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DODSWORTH(director: William Wyler; screenwriters: Sidney Howard/based on Mr. Howard’s adaptation of the Sinclair Lewis novel to a play and the novel by Sinclair Lewis; cinematographer: Rudolph Mate; editor: Daniel Mandell; music: Alfred Newman; cast: Walter Huston (Sam Dodsworth), Ruth Chatterton (Fran Dodsworth), Mary Astor (Edith Cortright), Paul Lukas (Arnold Iselin), David Niven (Capt. Lockert), Kathryn Marlow (Emily Dodsworth McKee), John Payne (Harry McKee), Gregory Gaye (Kurt von Obersdorf), Maria Ouspenskaya (Baroness von Obersdorf), Odette Myrtle (Renee de Penable), Harlan Briggs (Tubby Pearson), Spring Byington (Matey Pearson); Runtime: 101; MPAA Rating: NR; producer: Samuel Goldwyn; United Artists; 1936)
“The smoothly flowing film packs an emotional wallop thanks largely to the endearingly sympathetic performance of the straightforward Walter Huston.”

Reviewed by Dennis Schwartz

William Wyler (“The Collector”/”Mrs. Miniver”/”Ben-Hur”), born in Alsace, of Swiss-German parentage, was brought to Hollywood in 1925, at age 23, by Universal head Carl Laemmle, his uncle, and soon made his debut as director of minor westerns–reaching recognition with his first talkie, the 1930 Hell’s Heroes. Wyler, a superb craftsman, earned a rep as being a no-nonsense autocratic director. He helms this marital problem story with great care and intelligence. It’s a perceptive, dignified and compelling drama that’s based on the novel by Sinclair Lewis. Sidney Howard is the screenwriter and it was his adaptation of the Sinclair Lewis novel that was made into a play.

Walter Huston plays the Midwestern, small-town of Zenith, auto mogul Sam Dodsworth, as he re-creates his popular stage role. The middle-aged blissful, reserved and unsophisticated Sam sells his business to enjoy his leisure time by touring Europe for six months at the prompting of his 40-year-old pretty but shallow, self-absorbed and vain wife Fran (Ruth Chatterton). She aspires to become a sophisticated woman of the world, who frets about becoming old and having life pass her by. The couple, who have been married for twenty years, leave their pregnant married daughter Emily (Kathryn Marlow) behind and sail on the luxury liner Queen Mary for Sam’s first trip to Europe, and on the voyage they drift apart. Fran is courted by smoothie Lothario Englishman Capt. Lockert (David Niven), and after leading him on turns down his sexual advances. Sam, in the meantime, is childishly enthused by seeing the Bishop’s Lights as the boat approaches London. The couple land in Paris, where the materialistic Sam plays tourist and goes sight-seeing, while Fran ends up with the questionable crowd of sophisticated continentals and has a fling with smoothie financier Arnold Iselin (Paul Lukas). Sam is bored with Europe, upset with his wife’s romantic activities and wants to go home, but Fran refuses. This prompts Sam to return to America alone. At home Sam becomes a grouch and realizes he misses his wife. This prompts him to return to Paris. When Fran’s affair with Arnold sours, the reunited couple continue their tour of Europe. In Vienna, Fran begins another affair with the impoverished young nobleman Kurt von Obersdorf (Gregory Gaye) and asks Sam for a divorce. The disillusioned Sam, a creature of habit who can’t change, tells her to put off her request for a few months so she can be sure and he travels on alone and accidentally reunites with a sophisticated and attractive expatriate American divorcee, Edith Cortright (Mary Astor), he met on the Queen Mary and who lives in Italy. He finds solace in Edith’s warmth, nurturing and easy going manner, but feels he must settle things with Fran after she tells him that her marriage plans with Kurt fell through. At their reunion, Sam realizes Fran can’t come to her senses as she still selfishly prattles on about her sophistication compared to their hick old friends back home, blames others for the couple’s problems and can’t admit she was the cause of their rift. At last, Sam comes to his senses and leaves her, and returns to Edith in Naples.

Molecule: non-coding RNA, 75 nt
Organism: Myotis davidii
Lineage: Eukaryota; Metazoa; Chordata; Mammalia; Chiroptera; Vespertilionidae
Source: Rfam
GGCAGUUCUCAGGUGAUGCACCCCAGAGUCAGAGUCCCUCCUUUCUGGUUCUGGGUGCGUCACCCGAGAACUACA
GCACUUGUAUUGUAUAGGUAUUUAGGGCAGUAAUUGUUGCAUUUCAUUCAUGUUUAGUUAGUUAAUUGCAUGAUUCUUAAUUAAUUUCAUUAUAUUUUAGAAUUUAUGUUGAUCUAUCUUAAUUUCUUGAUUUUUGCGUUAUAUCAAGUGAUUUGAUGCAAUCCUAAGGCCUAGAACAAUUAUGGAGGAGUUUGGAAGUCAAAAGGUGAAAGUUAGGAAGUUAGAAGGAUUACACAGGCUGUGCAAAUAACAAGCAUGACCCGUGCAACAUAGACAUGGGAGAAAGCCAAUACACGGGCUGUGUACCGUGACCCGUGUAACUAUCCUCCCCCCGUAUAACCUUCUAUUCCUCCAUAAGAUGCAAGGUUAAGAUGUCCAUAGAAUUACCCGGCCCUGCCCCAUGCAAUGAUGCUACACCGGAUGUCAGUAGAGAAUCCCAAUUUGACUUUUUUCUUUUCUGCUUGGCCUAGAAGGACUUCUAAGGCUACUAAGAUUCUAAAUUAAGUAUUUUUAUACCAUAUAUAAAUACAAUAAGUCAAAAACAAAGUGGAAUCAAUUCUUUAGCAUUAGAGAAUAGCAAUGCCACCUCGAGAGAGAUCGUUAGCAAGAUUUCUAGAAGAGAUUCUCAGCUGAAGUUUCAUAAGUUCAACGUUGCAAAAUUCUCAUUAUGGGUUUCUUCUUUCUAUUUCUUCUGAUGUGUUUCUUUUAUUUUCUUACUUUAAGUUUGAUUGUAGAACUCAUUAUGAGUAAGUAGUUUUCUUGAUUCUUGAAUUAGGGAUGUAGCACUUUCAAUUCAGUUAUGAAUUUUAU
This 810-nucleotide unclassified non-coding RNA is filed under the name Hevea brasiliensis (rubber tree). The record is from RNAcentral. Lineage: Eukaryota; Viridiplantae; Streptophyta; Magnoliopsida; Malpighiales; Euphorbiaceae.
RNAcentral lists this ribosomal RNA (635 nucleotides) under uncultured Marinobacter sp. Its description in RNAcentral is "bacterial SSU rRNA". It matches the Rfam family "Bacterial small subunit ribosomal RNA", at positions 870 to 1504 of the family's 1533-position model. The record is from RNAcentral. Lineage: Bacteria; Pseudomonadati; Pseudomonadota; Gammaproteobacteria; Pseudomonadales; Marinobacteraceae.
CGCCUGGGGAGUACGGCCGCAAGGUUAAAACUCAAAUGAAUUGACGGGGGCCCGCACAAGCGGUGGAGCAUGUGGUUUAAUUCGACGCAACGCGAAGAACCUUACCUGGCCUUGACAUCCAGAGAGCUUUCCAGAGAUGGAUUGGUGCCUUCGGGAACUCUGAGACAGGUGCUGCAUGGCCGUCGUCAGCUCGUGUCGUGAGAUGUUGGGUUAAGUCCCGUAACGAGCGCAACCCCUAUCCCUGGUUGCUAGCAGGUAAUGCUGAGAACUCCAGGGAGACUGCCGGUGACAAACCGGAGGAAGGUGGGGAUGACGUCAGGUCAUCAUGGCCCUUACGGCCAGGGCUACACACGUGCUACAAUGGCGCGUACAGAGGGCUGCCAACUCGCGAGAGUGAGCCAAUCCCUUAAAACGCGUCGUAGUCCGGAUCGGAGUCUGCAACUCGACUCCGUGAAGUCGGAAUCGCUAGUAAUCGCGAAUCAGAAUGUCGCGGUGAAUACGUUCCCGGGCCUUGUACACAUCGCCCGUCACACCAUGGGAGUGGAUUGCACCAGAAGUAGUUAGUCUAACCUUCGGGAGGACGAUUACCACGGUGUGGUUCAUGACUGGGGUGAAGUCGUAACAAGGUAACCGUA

The smoothly flowing film packs an emotional wallop thanks largely to the endearingly sympathetic performance of the straightforward Walter Huston and the deliciously silly performance of Chatterton as the heavy.


Dennis Schwartz: “Ozus’ World Movie Reviews”